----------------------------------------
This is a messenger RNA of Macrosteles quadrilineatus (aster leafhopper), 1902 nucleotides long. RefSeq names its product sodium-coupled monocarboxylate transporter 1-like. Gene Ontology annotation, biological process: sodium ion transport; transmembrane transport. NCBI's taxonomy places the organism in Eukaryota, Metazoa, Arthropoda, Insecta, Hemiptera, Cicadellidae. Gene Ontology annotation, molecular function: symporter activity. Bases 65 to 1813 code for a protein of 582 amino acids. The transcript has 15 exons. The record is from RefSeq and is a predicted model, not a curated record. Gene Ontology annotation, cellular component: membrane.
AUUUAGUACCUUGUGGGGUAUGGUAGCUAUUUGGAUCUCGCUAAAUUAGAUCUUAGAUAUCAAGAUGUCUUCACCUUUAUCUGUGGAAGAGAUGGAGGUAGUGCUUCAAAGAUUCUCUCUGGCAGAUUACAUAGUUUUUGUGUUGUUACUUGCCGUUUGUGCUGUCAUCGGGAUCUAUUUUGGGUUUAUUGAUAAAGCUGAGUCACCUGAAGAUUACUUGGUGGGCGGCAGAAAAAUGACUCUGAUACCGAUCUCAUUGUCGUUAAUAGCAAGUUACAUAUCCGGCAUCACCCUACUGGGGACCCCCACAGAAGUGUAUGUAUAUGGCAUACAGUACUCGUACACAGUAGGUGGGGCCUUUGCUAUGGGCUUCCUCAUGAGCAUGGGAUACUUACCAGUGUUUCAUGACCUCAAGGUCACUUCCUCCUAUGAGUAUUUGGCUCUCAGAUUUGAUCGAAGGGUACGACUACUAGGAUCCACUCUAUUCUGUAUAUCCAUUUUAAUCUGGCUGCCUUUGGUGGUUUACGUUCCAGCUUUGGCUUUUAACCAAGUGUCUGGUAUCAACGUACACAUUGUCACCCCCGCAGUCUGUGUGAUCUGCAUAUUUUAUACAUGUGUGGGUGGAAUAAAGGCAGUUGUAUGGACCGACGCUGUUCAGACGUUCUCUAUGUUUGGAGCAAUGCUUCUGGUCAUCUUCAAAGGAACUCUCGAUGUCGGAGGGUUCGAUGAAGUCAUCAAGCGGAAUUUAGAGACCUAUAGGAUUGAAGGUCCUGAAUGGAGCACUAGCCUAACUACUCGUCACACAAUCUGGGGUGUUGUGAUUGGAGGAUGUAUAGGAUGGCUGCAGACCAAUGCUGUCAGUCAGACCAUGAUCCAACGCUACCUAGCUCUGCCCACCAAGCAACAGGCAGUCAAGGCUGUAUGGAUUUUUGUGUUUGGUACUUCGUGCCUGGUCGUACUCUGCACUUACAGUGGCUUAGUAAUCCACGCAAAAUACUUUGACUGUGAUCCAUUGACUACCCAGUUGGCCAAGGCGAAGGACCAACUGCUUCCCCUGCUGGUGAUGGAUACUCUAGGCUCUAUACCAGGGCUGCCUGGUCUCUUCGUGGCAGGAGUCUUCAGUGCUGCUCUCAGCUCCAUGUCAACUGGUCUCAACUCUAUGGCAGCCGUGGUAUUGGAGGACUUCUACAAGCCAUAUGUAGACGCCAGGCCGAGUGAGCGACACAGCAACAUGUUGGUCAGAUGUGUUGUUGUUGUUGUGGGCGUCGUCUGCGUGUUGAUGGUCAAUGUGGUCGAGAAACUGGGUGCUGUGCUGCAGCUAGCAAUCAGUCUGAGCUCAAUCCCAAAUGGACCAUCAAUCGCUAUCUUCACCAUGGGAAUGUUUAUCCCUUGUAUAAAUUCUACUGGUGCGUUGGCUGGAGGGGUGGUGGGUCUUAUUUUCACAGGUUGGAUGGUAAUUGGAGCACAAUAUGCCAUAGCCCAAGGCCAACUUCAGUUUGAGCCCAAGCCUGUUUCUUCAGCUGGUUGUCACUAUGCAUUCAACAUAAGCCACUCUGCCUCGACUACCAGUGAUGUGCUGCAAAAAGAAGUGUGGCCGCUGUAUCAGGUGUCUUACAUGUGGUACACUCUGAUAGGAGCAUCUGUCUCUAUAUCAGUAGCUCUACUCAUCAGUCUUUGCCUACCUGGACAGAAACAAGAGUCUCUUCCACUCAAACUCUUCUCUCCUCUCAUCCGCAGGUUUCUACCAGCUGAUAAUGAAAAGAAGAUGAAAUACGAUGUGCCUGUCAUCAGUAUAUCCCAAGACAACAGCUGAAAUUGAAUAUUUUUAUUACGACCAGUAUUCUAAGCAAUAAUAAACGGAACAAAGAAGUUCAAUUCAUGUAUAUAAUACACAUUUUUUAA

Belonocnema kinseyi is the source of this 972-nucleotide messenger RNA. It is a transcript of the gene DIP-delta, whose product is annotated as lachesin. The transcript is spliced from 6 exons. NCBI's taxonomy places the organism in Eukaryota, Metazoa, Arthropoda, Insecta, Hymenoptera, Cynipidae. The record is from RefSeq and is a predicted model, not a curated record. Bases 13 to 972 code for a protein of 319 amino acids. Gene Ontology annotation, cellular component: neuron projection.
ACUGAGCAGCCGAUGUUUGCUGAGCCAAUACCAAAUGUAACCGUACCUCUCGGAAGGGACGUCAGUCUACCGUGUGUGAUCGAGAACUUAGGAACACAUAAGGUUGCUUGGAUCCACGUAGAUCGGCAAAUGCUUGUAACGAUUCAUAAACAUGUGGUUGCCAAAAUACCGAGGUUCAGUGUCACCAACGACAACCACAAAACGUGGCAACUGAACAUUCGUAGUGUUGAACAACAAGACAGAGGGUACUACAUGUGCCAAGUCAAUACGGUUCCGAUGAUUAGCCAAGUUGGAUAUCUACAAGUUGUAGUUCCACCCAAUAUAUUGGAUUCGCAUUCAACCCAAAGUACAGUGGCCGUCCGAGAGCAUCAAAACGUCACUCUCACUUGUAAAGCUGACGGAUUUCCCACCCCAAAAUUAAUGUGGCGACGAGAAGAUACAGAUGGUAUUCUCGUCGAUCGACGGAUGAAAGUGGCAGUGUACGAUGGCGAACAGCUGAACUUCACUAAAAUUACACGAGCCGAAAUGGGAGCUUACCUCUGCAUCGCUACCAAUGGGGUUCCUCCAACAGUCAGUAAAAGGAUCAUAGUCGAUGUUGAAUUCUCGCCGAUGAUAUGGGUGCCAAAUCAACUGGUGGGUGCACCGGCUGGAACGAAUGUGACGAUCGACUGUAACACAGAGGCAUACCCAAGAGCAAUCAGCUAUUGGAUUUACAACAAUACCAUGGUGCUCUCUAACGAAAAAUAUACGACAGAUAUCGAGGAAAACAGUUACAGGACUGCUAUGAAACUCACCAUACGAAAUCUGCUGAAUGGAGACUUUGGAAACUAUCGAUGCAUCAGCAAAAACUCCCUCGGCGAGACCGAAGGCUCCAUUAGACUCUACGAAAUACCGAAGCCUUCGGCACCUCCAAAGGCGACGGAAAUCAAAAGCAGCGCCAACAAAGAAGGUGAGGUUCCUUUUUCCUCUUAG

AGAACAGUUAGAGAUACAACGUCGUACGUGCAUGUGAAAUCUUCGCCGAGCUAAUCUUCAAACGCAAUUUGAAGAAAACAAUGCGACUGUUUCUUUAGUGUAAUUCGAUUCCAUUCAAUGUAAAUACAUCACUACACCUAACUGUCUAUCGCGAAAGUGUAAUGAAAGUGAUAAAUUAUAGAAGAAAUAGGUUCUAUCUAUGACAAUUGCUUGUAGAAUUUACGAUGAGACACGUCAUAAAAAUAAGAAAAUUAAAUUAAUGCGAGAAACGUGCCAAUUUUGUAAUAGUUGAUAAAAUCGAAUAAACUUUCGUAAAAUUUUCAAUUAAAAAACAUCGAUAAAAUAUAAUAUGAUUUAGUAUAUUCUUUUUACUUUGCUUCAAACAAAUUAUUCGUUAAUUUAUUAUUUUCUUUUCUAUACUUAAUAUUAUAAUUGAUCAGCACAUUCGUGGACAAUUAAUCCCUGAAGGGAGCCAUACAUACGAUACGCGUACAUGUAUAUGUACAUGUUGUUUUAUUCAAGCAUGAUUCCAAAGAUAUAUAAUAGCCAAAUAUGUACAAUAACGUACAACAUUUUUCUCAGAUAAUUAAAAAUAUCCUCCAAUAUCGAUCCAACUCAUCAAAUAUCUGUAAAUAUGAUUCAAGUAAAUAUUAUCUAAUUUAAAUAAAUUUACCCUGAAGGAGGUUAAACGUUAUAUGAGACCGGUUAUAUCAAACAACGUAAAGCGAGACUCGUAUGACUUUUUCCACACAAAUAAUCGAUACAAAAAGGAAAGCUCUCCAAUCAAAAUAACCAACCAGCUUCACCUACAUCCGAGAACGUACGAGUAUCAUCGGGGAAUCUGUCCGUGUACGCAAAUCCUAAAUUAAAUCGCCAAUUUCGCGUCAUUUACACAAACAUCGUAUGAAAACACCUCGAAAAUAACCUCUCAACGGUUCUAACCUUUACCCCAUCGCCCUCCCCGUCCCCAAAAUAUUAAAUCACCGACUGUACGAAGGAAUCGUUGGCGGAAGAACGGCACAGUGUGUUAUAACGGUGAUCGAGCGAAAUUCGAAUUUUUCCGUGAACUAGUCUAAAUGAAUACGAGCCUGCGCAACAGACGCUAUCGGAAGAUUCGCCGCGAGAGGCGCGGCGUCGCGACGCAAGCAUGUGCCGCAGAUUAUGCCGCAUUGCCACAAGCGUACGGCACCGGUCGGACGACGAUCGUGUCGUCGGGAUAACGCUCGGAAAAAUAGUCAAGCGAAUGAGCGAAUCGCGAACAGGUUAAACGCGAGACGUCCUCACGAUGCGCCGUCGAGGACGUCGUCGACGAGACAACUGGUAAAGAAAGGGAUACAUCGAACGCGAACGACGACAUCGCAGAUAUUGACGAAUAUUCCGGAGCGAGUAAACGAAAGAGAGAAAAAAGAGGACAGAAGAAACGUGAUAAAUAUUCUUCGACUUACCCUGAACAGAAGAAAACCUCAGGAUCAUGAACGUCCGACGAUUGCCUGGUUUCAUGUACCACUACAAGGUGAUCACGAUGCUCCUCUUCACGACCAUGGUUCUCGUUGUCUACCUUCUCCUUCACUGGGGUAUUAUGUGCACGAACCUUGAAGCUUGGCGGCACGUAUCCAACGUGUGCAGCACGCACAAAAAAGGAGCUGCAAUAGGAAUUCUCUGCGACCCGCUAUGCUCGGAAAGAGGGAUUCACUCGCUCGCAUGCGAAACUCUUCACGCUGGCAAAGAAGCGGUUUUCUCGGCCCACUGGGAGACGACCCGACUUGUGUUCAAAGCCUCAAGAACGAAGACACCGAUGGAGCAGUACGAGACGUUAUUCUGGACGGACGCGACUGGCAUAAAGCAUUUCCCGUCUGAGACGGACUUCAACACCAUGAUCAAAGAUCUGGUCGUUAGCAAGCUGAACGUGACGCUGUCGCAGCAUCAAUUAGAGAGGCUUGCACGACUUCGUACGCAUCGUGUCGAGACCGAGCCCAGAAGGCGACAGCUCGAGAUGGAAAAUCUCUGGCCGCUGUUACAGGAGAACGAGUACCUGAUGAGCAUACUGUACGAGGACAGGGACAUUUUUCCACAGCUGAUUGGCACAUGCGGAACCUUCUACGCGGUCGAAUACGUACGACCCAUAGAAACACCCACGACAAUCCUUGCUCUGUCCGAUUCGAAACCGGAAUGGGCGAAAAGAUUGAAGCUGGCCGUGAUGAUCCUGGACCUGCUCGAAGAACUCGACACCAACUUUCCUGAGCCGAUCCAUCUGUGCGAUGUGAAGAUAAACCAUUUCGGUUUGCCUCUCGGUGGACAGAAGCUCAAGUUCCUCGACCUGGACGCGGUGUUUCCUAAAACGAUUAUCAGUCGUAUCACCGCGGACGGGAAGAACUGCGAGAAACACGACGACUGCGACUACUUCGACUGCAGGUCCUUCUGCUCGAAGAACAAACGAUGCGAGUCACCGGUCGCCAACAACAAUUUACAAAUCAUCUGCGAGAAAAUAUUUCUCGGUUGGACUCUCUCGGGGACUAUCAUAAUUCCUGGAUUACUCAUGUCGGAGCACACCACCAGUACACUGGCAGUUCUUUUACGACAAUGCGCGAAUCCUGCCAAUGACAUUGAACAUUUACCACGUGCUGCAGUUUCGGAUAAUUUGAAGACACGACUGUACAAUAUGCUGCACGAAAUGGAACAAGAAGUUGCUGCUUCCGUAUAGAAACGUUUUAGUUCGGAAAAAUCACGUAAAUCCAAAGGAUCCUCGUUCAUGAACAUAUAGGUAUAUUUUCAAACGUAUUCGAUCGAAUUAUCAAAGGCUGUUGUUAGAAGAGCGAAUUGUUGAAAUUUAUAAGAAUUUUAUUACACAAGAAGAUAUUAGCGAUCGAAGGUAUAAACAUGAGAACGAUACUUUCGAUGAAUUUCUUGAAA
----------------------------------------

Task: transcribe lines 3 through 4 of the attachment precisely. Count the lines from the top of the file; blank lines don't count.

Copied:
Belonocnema kinseyi is the source of this 972-nucleotide messenger RNA. It is a transcript of the gene DIP-delta, whose product is annotated as lachesin. The transcript is spliced from 6 exons. NCBI's taxonomy places the organism in Eukaryota, Metazoa, Arthropoda, Insecta, Hymenoptera, Cynipidae. The record is from RefSeq and is a predicted model, not a curated record. Bases 13 to 972 code for a protein of 319 amino acids. Gene Ontology annotation, cellular component: neuron projection.
ACUGAGCAGCCGAUGUUUGCUGAGCCAAUACCAAAUGUAACCGUACCUCUCGGAAGGGACGUCAGUCUACCGUGUGUGAUCGAGAACUUAGGAACACAUAAGGUUGCUUGGAUCCACGUAGAUCGGCAAAUGCUUGUAACGAUUCAUAAACAUGUGGUUGCCAAAAUACCGAGGUUCAGUGUCACCAACGACAACCACAAAACGUGGCAACUGAACAUUCGUAGUGUUGAACAACAAGACAGAGGGUACUACAUGUGCCAAGUCAAUACGGUUCCGAUGAUUAGCCAAGUUGGAUAUCUACAAGUUGUAGUUCCACCCAAUAUAUUGGAUUCGCAUUCAACCCAAAGUACAGUGGCCGUCCGAGAGCAUCAAAACGUCACUCUCACUUGUAAAGCUGACGGAUUUCCCACCCCAAAAUUAAUGUGGCGACGAGAAGAUACAGAUGGUAUUCUCGUCGAUCGACGGAUGAAAGUGGCAGUGUACGAUGGCGAACAGCUGAACUUCACUAAAAUUACACGAGCCGAAAUGGGAGCUUACCUCUGCAUCGCUACCAAUGGGGUUCCUCCAACAGUCAGUAAAAGGAUCAUAGUCGAUGUUGAAUUCUCGCCGAUGAUAUGGGUGCCAAAUCAACUGGUGGGUGCACCGGCUGGAACGAAUGUGACGAUCGACUGUAACACAGAGGCAUACCCAAGAGCAAUCAGCUAUUGGAUUUACAACAAUACCAUGGUGCUCUCUAACGAAAAAUAUACGACAGAUAUCGAGGAAAACAGUUACAGGACUGCUAUGAAACUCACCAUACGAAAUCUGCUGAAUGGAGACUUUGGAAACUAUCGAUGCAUCAGCAAAAACUCCCUCGGCGAGACCGAAGGCUCCAUUAGACUCUACGAAAUACCGAAGCCUUCGGCACCUCCAAAGGCGACGGAAAUCAAAAGCAGCGCCAACAAAGAAGGUGAGGUUCCUUUUUCCUCUUAG